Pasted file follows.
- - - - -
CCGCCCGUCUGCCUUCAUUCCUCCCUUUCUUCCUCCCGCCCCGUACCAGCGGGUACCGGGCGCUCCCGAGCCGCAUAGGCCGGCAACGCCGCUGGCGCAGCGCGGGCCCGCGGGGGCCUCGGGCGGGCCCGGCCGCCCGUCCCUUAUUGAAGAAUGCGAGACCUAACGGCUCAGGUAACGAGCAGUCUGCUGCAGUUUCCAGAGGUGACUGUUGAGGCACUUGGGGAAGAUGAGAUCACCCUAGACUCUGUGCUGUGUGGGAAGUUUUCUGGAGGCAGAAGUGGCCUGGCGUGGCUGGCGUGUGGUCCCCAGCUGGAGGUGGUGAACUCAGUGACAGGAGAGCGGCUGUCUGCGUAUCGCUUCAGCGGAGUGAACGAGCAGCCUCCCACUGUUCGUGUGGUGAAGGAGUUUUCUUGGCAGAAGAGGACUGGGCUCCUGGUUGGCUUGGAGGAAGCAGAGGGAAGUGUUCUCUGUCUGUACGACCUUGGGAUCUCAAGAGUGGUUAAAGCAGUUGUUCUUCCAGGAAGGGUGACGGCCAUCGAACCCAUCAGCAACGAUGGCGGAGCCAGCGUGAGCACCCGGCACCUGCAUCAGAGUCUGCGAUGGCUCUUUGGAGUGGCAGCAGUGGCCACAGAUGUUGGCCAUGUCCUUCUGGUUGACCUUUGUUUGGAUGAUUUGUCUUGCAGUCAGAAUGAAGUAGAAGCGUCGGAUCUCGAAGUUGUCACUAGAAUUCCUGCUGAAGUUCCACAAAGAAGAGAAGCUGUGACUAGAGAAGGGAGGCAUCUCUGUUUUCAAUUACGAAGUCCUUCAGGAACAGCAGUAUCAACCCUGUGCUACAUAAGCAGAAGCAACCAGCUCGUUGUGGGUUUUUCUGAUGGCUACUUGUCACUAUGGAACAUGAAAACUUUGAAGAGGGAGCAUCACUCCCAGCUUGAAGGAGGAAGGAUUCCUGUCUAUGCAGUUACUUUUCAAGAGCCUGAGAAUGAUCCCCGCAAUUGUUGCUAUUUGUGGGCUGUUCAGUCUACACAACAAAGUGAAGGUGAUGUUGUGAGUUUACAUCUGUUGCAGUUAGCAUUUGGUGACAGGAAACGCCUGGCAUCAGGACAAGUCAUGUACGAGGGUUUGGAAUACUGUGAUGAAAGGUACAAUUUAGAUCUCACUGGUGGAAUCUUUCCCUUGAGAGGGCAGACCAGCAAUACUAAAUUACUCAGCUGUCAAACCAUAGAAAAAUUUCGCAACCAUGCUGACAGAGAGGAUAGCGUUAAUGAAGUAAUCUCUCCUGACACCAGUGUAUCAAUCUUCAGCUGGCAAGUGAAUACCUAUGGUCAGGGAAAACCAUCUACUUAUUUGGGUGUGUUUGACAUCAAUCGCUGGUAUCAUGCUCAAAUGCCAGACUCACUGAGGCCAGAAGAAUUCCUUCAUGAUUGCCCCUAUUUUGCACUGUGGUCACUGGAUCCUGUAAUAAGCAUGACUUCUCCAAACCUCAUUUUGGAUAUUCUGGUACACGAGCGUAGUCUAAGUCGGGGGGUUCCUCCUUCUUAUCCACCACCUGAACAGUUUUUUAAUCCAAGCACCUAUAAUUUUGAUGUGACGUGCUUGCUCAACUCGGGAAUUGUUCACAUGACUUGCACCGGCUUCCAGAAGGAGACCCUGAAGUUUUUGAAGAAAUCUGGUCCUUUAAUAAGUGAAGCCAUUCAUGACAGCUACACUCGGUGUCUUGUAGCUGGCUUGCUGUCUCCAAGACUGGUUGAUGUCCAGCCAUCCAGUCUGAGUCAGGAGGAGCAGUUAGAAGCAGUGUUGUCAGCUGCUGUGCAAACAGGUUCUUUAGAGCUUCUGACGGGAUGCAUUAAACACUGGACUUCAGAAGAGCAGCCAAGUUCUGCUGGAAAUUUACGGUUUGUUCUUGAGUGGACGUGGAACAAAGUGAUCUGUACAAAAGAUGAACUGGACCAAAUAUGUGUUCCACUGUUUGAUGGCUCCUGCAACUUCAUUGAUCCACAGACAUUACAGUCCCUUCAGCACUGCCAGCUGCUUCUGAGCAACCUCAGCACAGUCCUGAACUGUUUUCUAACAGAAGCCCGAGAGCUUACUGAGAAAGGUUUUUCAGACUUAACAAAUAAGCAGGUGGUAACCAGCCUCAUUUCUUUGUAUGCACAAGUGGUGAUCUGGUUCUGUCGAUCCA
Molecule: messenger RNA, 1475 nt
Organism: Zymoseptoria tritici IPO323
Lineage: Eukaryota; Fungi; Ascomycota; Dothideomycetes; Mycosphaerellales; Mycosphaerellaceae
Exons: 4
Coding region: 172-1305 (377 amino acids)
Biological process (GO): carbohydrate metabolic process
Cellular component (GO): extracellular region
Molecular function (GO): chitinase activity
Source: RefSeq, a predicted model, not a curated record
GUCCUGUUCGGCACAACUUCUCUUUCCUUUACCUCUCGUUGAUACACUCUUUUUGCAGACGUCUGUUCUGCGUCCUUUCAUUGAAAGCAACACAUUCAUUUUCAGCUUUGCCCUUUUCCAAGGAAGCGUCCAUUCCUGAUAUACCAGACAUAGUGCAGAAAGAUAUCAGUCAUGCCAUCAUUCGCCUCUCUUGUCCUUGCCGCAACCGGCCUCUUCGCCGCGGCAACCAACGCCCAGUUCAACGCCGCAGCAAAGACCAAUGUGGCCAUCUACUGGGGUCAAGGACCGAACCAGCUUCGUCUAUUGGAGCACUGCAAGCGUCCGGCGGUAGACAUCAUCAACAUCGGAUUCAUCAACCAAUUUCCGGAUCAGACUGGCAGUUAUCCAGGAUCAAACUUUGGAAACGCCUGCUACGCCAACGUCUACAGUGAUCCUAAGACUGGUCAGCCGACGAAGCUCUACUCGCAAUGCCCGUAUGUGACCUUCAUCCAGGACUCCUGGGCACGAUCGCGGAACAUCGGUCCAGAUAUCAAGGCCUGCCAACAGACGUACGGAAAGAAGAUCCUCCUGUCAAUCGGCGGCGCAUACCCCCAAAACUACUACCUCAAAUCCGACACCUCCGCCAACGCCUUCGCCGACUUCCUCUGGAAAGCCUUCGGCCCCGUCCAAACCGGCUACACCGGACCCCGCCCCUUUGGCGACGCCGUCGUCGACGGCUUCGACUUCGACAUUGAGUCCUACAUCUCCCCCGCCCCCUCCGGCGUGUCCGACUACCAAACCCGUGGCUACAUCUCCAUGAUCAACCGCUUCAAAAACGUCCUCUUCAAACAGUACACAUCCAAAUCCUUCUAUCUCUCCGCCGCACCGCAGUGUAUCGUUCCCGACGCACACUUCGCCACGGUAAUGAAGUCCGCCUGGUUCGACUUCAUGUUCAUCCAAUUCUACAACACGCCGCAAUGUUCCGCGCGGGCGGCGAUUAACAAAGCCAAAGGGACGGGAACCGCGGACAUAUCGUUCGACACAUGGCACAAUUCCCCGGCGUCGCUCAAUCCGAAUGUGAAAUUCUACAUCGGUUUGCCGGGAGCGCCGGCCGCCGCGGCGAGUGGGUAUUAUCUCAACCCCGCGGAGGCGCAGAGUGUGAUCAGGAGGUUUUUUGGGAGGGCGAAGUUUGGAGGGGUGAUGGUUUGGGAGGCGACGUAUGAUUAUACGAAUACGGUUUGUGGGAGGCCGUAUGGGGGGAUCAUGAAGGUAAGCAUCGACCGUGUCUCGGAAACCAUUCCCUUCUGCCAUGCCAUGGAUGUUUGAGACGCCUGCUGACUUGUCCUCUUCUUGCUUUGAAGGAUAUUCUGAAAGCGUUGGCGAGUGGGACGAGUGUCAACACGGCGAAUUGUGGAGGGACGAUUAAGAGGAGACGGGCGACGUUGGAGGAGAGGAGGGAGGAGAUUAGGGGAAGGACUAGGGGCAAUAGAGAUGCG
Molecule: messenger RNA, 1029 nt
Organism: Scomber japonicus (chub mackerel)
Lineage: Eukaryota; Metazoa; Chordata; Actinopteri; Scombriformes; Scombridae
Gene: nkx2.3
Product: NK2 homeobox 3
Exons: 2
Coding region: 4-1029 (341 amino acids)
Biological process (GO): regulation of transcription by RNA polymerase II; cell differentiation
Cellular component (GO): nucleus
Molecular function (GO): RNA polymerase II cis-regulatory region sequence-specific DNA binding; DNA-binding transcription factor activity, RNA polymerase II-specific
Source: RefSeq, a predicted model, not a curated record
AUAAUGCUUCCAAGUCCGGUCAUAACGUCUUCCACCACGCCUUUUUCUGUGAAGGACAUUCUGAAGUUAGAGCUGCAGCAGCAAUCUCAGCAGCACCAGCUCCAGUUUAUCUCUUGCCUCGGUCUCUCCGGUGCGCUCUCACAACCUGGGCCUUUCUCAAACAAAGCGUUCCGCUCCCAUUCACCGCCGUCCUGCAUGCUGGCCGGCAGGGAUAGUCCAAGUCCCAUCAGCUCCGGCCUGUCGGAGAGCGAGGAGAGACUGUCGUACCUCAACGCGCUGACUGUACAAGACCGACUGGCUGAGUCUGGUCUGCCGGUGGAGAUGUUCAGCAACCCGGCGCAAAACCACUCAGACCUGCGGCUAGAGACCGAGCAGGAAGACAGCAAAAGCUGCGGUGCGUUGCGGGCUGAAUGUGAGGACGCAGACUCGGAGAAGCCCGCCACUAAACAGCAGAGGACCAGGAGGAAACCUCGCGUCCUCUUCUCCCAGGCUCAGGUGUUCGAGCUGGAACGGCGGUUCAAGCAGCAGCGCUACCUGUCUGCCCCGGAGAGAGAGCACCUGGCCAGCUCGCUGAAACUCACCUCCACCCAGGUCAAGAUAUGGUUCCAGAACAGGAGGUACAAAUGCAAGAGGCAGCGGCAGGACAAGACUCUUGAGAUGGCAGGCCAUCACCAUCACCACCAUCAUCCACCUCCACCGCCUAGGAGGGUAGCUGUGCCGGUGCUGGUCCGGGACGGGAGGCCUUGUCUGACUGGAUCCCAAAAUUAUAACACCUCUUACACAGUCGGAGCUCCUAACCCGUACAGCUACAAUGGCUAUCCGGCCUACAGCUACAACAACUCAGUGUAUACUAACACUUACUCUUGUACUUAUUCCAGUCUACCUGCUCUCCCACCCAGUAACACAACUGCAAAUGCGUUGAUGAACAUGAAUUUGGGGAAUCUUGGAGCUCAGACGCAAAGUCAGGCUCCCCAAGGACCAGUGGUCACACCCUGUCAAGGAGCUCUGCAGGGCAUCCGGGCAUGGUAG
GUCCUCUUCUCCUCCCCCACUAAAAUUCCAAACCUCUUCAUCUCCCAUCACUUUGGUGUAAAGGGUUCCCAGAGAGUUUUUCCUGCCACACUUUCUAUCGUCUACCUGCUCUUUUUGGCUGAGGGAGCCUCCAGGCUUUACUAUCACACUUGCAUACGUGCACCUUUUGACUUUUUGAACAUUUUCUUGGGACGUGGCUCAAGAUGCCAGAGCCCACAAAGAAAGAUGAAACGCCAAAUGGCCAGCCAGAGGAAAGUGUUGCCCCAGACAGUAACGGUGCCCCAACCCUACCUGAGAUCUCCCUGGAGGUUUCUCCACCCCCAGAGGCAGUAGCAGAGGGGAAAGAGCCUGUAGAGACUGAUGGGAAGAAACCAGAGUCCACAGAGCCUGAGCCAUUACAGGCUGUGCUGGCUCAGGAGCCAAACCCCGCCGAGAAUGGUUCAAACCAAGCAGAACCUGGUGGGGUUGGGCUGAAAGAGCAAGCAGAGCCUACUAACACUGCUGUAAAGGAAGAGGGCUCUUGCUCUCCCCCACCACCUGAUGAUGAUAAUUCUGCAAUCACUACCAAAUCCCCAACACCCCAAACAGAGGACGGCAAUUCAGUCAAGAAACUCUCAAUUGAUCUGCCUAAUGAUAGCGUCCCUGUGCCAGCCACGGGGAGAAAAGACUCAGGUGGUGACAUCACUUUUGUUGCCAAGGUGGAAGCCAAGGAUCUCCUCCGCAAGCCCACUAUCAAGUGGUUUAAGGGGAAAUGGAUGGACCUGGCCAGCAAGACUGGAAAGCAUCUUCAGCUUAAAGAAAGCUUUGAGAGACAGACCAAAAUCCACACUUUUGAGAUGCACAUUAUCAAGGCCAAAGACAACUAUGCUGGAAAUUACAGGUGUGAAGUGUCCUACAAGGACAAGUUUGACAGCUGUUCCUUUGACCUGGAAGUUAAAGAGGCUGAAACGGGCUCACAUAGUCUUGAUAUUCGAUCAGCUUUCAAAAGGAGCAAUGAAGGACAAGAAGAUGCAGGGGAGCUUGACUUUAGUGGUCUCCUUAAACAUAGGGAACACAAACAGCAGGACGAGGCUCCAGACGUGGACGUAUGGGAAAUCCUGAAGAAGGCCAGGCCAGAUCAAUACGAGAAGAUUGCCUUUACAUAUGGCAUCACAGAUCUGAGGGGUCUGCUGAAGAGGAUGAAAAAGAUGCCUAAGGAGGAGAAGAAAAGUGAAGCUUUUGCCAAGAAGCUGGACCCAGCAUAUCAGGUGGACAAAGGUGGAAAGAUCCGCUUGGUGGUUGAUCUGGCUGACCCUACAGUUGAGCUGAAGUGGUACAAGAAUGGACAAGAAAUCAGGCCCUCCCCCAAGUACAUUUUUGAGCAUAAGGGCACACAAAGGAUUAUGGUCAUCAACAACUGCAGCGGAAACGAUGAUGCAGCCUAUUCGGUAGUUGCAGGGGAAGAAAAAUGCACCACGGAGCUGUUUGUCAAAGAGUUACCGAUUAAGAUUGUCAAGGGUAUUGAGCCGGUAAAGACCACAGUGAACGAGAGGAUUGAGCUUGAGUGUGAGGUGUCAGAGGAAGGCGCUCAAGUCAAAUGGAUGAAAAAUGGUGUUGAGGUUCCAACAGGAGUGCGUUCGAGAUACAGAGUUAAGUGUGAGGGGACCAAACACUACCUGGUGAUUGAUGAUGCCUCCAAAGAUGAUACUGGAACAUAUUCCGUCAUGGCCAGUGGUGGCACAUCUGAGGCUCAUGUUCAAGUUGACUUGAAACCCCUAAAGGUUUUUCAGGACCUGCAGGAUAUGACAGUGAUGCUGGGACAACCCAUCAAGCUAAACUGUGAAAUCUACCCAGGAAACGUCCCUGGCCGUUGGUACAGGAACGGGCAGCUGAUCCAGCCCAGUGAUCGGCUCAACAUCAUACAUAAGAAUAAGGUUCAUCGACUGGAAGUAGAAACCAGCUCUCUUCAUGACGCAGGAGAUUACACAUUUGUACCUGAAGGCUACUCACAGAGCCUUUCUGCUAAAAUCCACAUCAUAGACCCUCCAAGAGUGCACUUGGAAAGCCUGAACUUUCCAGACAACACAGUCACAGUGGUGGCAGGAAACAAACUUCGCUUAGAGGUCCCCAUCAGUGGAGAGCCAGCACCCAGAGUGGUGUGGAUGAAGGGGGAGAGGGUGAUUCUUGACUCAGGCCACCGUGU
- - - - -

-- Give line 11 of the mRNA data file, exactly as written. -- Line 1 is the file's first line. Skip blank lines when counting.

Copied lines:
GUCCUGUUCGGCACAACUUCUCUUUCCUUUACCUCUCGUUGAUACACUCUUUUUGCAGACGUCUGUUCUGCGUCCUUUCAUUGAAAGCAACACAUUCAUUUUCAGCUUUGCCCUUUUCCAAGGAAGCGUCCAUUCCUGAUAUACCAGACAUAGUGCAGAAAGAUAUCAGUCAUGCCAUCAUUCGCCUCUCUUGUCCUUGCCGCAACCGGCCUCUUCGCCGCGGCAACCAACGCCCAGUUCAACGCCGCAGCAAAGACCAAUGUGGCCAUCUACUGGGGUCAAGGACCGAACCAGCUUCGUCUAUUGGAGCACUGCAAGCGUCCGGCGGUAGACAUCAUCAACAUCGGAUUCAUCAACCAAUUUCCGGAUCAGACUGGCAGUUAUCCAGGAUCAAACUUUGGAAACGCCUGCUACGCCAACGUCUACAGUGAUCCUAAGACUGGUCAGCCGACGAAGCUCUACUCGCAAUGCCCGUAUGUGACCUUCAUCCAGGACUCCUGGGCACGAUCGCGGAACAUCGGUCCAGAUAUCAAGGCCUGCCAACAGACGUACGGAAAGAAGAUCCUCCUGUCAAUCGGCGGCGCAUACCCCCAAAACUACUACCUCAAAUCCGACACCUCCGCCAACGCCUUCGCCGACUUCCUCUGGAAAGCCUUCGGCCCCGUCCAAACCGGCUACACCGGACCCCGCCCCUUUGGCGACGCCGUCGUCGACGGCUUCGACUUCGACAUUGAGUCCUACAUCUCCCCCGCCCCCUCCGGCGUGUCCGACUACCAAACCCGUGGCUACAUCUCCAUGAUCAACCGCUUCAAAAACGUCCUCUUCAAACAGUACACAUCCAAAUCCUUCUAUCUCUCCGCCGCACCGCAGUGUAUCGUUCCCGACGCACACUUCGCCACGGUAAUGAAGUCCGCCUGGUUCGACUUCAUGUUCAUCCAAUUCUACAACACGCCGCAAUGUUCCGCGCGGGCGGCGAUUAACAAAGCCAAAGGGACGGGAACCGCGGACAUAUCGUUCGACACAUGGCACAAUUCCCCGGCGUCGCUCAAUCCGAAUGUGAAAUUCUACAUCGGUUUGCCGGGAGCGCCGGCCGCCGCGGCGAGUGGGUAUUAUCUCAACCCCGCGGAGGCGCAGAGUGUGAUCAGGAGGUUUUUUGGGAGGGCGAAGUUUGGAGGGGUGAUGGUUUGGGAGGCGACGUAUGAUUAUACGAAUACGGUUUGUGGGAGGCCGUAUGGGGGGAUCAUGAAGGUAAGCAUCGACCGUGUCUCGGAAACCAUUCCCUUCUGCCAUGCCAUGGAUGUUUGAGACGCCUGCUGACUUGUCCUCUUCUUGCUUUGAAGGAUAUUCUGAAAGCGUUGGCGAGUGGGACGAGUGUCAACACGGCGAAUUGUGGAGGGACGAUUAAGAGGAGACGGGCGACGUUGGAGGAGAGGAGGGAGGAGAUUAGGGGAAGGACUAGGGGCAAUAGAGAUGCG